Highways and roads only use up energy to build and to maintain.
Engineers from Lancaster University, UK, are working on ‘piezolectric’ ceramics that when embedded in road surfaces would be able to harvest and convert vehicle vibration into electrical energy. The research project, led by Professor Mohamed Saafi, will design and optimise energy recovery of around one to two kWs per kilometre under ‘normal’ traffic volumes—which is around 2,000 to 3,000 cars an hour. The system developed will then convert this mechanical energy into electric energy to power things such as street lamps, traffic lights and electric car charging points.
In Portugal, an energy road system called ESPHERA has been financed by the Centre for the Innovation of Smart Infrastructures, founded by Ferrovial, the Castile-La Mancha regional government and the University of Alcalá. Ferrovial is also in charge of technical coordination for ESPHERA, which has benefitted from the collaboration of Cintra (the motorway subsidiary company of Ferrovial) and the Aravía Company, who hold the concession for the maintenance of the section of the A-2 motorway between Zaragoza and Calatayud. (ferrovial.com)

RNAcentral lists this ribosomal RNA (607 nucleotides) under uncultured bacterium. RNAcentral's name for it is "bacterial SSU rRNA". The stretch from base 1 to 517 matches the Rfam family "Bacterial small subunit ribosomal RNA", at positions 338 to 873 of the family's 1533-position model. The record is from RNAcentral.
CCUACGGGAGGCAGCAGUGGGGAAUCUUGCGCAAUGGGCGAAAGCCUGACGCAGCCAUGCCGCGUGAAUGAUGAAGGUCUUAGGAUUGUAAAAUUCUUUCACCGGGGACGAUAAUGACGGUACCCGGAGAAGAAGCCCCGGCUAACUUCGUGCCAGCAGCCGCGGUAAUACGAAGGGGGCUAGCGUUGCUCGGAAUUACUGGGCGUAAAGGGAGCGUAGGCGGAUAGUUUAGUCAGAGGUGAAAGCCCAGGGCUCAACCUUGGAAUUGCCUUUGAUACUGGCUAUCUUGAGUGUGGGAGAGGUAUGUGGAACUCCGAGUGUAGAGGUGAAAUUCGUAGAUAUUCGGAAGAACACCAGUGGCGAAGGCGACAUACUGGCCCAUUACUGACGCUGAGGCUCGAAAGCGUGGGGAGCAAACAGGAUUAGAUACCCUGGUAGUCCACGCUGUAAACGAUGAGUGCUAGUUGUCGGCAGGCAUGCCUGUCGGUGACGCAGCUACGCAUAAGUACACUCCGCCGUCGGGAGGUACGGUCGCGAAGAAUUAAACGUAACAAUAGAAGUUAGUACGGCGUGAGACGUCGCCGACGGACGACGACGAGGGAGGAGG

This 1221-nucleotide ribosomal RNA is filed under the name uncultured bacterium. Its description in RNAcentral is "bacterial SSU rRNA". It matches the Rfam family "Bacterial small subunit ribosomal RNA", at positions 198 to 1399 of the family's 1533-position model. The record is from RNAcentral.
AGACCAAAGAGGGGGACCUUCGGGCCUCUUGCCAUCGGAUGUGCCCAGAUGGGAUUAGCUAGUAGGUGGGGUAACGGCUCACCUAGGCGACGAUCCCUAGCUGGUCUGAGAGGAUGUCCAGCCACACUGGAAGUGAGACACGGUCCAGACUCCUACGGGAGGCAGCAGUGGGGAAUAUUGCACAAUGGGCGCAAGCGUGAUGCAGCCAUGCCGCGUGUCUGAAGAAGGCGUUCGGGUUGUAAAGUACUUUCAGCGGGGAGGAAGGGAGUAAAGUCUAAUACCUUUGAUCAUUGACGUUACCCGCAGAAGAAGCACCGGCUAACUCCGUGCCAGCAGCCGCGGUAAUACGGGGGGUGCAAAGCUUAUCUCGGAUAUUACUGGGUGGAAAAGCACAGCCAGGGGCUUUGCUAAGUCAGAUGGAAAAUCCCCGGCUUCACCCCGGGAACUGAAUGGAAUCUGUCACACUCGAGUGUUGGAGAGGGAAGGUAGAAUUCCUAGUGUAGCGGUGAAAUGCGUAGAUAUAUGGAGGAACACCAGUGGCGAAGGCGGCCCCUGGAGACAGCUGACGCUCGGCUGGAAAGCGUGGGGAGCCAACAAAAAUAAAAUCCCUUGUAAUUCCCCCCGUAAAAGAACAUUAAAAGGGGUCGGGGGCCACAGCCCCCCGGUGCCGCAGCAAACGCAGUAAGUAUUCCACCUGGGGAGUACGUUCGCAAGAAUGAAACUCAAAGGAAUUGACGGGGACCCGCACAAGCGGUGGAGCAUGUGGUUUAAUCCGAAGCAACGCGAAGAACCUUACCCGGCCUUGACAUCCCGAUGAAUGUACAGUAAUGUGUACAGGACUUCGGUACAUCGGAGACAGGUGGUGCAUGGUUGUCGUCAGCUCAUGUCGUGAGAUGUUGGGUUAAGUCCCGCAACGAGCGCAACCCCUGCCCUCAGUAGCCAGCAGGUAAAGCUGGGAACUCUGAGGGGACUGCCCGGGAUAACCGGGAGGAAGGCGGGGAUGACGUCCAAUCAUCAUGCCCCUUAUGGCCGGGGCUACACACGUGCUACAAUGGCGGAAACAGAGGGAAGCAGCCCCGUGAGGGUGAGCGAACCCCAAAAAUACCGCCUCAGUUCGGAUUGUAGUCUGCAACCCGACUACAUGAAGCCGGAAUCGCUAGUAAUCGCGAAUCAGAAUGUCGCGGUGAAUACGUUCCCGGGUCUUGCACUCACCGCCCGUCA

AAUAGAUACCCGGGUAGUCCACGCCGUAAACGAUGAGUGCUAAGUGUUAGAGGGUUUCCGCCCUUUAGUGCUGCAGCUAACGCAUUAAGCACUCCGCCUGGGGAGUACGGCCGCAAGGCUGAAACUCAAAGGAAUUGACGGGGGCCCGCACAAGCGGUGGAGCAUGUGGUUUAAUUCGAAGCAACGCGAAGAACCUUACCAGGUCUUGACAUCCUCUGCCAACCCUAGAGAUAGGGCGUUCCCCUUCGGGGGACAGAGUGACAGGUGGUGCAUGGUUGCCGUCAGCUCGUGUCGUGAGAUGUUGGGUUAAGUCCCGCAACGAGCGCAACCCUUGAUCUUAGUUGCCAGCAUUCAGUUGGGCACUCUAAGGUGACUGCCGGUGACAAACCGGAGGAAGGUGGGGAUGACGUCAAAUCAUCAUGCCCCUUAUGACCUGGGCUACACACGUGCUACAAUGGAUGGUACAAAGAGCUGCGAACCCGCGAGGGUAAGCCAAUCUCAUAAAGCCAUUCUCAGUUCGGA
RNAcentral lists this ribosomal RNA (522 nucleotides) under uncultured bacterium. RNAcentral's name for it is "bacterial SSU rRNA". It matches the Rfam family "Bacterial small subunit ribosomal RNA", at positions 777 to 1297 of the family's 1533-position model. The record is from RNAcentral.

In 2016 the California Energy Commission (CEC) approved a pilot program in which piezoelectric crystals were installed on several freeways.
Scientists estimate the energy generated from piezoelectric crystals on a 10 mi (16 km) stretch of freeway could provide power for the entire city of Burbank (population: more than 105,000). Italy signed a contract to install this technology in a portion of the Venice-to-Trieste Autostrada.
China’s first solar highway was built by Pavenergy and Qilu Transportation in eastern China’s Shandong province on a section of one of the most highly-trafficked areas, the Jinan City Expressway ring road, stretching for 1.2 mi. (2.4 km) with an area of 63,234 ft² ( 5,875 m²).. The test section proved capable of holding middle size vans with strong friction. Engineers then added wireless vehicle charging into the panels. It opened in December 2017.
In 2019, engineers from the Virginia Polytechnic Institute and State University (Virginia Tech) found a way to 3D print piezoelectric materials, so tailoring the architecture to make them more flexible able to wrap them around any arbitrary curvature.
What you can do: Drive along energy roads once they have been installed
Discover Solution 135: Honeybee inspired energy reduction
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